rescue of the lin Unfortunately, it
was only a bite, but it demonstrated the
Iiresence of the fish for which we were
The line was hauled in and the eel
found to be intact. To make it a little
more enticing, however, a toni-cod was
added to the hook and the line thrown
out again. There was not so long to .
wait this time, for m less than a quar
ter of an hour his sharkship made an
other lunjre at the eel and the line was
hauled taut in a jilly. Win jumped to
his feet and George sprang to his as
sistance just in time to have a bit of
flesh nipped out of one finger as the
Hue was allowed to run rapidly out and
fjive the fish a little play, while the
oys sprang from one end of the boat
to the other, and twisted the fishing
lines into inextricable confusion. "Let
him have a little more line," called out
Win, flushed and eager with excite
ment, and George returned with a cau
tion to keep his feet off the line, for at
the rate the shark was pulling just at
that time he could have tripped one of
them into the water in a second if their
feet had caught in tiie slack. By that
time they both had a firm hold of the
Hue, ami were permitting the fish to dash
in any direction that pleased him.
But sharks were never made for hard
work and they soon weary of trying to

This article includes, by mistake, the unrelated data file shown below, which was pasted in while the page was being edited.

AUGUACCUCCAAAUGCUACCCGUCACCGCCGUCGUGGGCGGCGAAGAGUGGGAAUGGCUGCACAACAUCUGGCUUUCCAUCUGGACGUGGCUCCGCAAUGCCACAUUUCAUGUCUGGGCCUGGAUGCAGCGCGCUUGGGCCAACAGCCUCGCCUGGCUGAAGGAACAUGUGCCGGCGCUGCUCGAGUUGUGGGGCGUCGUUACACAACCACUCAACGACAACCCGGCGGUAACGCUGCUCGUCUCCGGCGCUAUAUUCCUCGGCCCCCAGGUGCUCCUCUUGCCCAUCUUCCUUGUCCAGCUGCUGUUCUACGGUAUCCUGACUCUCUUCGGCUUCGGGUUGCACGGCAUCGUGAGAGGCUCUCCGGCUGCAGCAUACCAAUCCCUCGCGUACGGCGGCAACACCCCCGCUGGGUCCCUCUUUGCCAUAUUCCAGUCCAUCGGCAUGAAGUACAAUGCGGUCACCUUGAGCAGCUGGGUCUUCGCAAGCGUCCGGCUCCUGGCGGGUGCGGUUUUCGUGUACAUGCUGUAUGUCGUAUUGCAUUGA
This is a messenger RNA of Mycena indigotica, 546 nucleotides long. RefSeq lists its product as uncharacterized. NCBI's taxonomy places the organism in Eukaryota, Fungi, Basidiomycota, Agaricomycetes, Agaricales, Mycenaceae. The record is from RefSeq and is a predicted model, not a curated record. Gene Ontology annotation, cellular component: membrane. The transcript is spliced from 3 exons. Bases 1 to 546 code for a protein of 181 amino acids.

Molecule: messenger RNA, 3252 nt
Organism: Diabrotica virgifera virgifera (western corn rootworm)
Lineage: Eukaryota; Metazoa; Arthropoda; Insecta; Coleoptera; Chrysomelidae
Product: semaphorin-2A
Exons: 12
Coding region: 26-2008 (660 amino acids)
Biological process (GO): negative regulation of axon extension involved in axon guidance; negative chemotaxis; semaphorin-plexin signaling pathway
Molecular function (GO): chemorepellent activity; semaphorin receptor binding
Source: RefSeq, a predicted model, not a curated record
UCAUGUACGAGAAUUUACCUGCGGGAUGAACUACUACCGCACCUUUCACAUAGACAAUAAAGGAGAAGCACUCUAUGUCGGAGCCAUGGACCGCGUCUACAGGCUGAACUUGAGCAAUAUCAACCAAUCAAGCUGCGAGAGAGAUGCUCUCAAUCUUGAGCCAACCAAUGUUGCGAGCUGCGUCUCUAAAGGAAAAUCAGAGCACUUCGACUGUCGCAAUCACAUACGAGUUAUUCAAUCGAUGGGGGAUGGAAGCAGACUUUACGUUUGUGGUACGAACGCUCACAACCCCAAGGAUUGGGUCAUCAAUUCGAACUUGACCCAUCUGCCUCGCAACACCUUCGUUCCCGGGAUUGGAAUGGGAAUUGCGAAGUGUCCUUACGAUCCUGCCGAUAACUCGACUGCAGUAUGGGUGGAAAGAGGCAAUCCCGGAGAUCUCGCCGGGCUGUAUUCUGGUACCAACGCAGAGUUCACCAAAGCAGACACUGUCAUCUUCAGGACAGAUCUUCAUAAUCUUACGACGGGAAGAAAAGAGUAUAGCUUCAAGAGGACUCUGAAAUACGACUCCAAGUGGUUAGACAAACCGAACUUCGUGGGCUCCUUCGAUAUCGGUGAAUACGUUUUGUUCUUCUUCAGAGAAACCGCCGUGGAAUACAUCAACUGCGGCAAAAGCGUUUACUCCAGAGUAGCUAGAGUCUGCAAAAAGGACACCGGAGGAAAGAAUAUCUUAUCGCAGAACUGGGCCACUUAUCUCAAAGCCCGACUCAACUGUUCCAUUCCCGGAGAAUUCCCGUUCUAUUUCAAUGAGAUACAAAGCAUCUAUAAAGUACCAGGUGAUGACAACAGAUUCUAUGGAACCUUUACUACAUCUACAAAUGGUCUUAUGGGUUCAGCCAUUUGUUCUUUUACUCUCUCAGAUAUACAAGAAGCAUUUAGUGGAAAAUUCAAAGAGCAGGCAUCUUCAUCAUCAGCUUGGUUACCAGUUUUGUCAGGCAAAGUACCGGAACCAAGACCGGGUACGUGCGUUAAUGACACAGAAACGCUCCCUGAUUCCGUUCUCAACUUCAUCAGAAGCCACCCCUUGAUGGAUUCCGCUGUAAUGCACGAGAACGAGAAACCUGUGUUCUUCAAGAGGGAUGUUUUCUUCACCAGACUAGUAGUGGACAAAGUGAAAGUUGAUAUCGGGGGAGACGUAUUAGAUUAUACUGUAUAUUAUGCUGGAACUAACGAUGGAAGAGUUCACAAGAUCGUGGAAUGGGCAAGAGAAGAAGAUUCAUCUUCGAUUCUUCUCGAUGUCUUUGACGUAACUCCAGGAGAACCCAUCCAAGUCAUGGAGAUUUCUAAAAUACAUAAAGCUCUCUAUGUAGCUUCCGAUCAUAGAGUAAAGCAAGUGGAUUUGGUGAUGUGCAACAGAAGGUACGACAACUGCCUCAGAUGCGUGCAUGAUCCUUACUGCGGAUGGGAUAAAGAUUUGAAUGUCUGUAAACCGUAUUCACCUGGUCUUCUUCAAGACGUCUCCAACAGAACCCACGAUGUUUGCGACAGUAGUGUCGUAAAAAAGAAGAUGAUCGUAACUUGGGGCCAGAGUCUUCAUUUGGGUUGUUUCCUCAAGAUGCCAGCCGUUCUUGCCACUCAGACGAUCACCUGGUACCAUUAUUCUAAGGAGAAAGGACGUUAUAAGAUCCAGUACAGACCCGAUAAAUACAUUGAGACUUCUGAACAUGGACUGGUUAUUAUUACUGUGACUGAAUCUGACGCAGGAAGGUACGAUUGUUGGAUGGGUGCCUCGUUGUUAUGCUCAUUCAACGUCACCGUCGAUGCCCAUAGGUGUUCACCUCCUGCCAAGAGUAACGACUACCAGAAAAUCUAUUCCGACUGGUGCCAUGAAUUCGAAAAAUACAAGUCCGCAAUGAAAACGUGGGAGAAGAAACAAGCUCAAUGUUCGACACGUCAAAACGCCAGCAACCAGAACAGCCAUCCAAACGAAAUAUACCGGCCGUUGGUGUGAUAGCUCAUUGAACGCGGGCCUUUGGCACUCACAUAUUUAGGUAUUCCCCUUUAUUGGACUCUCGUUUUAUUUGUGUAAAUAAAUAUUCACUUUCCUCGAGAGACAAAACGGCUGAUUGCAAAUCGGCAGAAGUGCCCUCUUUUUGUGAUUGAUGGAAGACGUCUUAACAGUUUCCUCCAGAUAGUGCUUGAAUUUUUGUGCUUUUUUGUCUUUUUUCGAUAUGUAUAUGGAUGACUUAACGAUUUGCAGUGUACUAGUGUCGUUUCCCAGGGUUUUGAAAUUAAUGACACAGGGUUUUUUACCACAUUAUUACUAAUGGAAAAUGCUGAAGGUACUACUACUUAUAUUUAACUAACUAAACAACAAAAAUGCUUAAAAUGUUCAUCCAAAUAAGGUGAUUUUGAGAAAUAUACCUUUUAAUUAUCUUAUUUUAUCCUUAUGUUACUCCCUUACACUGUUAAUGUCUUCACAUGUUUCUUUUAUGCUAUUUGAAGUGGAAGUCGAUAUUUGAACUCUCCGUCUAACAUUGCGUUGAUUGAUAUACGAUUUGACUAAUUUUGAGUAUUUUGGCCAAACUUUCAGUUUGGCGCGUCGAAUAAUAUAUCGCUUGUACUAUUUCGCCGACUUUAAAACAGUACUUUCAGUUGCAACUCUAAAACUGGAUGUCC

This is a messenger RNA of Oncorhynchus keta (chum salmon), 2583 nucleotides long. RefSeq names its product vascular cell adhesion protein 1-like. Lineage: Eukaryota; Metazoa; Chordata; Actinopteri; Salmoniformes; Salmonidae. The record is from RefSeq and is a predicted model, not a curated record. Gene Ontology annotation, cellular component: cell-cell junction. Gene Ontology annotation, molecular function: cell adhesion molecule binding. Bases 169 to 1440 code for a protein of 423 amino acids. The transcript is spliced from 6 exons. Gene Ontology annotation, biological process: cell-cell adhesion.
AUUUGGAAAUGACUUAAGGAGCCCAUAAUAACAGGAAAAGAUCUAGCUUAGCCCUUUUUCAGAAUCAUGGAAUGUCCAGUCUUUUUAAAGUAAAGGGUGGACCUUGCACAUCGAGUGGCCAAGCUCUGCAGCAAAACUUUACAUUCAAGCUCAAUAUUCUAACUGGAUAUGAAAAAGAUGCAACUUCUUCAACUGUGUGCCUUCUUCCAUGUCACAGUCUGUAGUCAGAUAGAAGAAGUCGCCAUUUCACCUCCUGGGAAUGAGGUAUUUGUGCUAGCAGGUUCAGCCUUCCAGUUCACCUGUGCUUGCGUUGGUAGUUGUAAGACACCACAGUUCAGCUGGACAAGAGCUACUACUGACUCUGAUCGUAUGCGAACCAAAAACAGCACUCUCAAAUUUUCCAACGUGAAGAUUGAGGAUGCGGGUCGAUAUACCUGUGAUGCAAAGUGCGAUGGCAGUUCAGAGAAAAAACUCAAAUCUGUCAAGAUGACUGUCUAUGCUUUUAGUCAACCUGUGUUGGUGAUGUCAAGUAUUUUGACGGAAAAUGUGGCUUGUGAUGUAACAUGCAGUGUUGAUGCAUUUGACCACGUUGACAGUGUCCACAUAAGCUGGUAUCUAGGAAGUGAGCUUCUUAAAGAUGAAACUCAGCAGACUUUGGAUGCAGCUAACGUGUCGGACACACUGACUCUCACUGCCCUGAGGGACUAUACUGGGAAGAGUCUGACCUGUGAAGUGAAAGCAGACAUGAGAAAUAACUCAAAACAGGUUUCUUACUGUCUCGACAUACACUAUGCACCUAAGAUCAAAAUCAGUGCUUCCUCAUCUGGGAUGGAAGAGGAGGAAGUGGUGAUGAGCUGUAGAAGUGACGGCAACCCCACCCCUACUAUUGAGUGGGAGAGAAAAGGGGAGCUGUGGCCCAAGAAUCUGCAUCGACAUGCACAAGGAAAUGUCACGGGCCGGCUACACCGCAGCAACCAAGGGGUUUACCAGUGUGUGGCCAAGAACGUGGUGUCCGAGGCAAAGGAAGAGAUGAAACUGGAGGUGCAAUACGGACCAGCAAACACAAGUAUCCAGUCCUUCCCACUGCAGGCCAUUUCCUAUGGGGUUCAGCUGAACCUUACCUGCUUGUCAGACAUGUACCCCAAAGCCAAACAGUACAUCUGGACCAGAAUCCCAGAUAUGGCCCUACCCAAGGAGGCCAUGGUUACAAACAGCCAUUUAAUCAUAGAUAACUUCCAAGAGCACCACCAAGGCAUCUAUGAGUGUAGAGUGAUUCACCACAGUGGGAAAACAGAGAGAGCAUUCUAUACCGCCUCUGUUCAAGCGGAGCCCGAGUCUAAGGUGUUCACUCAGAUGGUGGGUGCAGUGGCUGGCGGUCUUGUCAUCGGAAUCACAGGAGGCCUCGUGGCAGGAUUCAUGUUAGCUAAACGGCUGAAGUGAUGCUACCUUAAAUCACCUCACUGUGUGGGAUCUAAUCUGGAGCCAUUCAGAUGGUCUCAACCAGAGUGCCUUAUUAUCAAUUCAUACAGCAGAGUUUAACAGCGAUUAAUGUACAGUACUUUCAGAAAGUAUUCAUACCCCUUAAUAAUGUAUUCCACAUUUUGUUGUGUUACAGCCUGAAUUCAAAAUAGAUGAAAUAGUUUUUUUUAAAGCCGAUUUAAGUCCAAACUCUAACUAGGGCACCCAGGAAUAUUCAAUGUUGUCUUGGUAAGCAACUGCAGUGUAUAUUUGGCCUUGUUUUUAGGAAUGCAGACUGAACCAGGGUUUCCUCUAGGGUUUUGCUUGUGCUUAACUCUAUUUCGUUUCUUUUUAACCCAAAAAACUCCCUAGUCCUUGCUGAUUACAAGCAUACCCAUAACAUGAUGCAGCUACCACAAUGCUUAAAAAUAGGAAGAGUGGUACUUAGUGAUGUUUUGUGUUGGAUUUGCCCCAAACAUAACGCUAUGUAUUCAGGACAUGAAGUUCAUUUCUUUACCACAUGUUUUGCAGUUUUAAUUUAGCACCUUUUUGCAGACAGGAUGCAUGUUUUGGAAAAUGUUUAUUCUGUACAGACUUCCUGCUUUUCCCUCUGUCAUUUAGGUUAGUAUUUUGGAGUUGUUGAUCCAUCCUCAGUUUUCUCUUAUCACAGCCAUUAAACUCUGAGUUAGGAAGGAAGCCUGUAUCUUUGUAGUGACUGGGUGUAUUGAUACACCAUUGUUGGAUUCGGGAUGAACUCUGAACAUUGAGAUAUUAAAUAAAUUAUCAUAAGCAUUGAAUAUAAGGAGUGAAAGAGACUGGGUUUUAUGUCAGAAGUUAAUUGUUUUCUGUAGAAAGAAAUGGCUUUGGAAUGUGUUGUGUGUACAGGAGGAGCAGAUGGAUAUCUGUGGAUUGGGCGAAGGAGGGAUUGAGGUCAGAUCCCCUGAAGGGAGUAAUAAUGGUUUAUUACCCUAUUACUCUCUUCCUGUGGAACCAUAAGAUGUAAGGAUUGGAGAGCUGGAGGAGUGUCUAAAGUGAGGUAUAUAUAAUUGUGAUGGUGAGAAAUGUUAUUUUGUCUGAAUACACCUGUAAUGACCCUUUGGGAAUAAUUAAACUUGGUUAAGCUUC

drag a boat, so he soon turned and
dove, only to come to the surface
quicker than before, and as his nce
was pulled up toward the bow he gave
a vicious fiirt with his tail that deluged
us all with water. This kept up about
ten minutes, when he began to show t
signs of fatigue, and was brought near
enough to the side to receive two bul
lets in his head, which seemed to have
a depressing and even discouraging ef
fect upon his further activity. As his
nose was turned up it was seen that the
hook had caught, not in the mouth, but
in the jaw, which accounted for his re
markable gaminess. It was a pretty
good tug to lift him on board, but he
was finally secured just behind the
mast and his jugular vein cut, just to
keep him quiet.
Proper regard for the tradition of
fish stories would require me to say
that this shark was a man-eater, with
double rows of teeth, about eleven feet
long, and 300 pounds in weight, but
that regard for truth which is the last
requisite of a really good fisherman
compels mo to say that this particular
shark was of the blue-nose variety, and
only six feet and nine inches in length
weight unknown. Atlantic City Cor,
Philadelphia Press.
The use of matches is now -so uni
versal that we scarcely comprehend
they were not always common; but it is
only a few years since the now well
known friction match was invented.
The writer well remembers buying for
ten cents the first he ever saw, a few ,
matches in a blue box with a piece of